LONDON (Reuters) -Britain on Thursday scrapped plans to sell the publicly-owned Channel 4 broadcaster, with the station instead gaining greater commercial flexibility to help secure its future.
"After reviewing the business case and engaging with the relevant sectors I have decided that Channel 4 should not be sold," Michelle Donelan, Secretary of State for Digital, Culture, Media and Sport, said in a statement.
The sale of Channel 4, which is funded by advertising and receives no public money, was announced by former prime minister Boris Johnson's government in April 2022, triggering criticism from lawmakers across all parties and the broadcasting industry.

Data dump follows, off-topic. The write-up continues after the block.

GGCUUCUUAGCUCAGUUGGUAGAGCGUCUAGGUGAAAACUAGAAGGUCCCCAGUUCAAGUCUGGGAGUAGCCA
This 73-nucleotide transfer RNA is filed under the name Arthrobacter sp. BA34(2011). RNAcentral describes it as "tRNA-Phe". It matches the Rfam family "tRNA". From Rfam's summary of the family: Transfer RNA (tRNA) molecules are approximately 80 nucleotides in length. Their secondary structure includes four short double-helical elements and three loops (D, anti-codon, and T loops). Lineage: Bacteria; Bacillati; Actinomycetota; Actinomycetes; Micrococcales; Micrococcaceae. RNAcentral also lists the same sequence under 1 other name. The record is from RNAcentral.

The broadcaster was created in the 1980s to deliver a distinctive alternative to the BBC and ITV, and its unique model with no in-house production kick-started Britain's thriving independent production sector.
The government said the publisher-broadcaster restriction in Channel 4's remit, whereby independent producers retain the rights to programmes, would be relaxed to give the broadcaster a greater ability to produce and monetise its own content.
It said the independent production sector would be consulted on the changes to ensure Channel 4's role in driving investment in the sector was safeguarded.
(Reporting by Muvija M and Paul Sandle; editing by William James)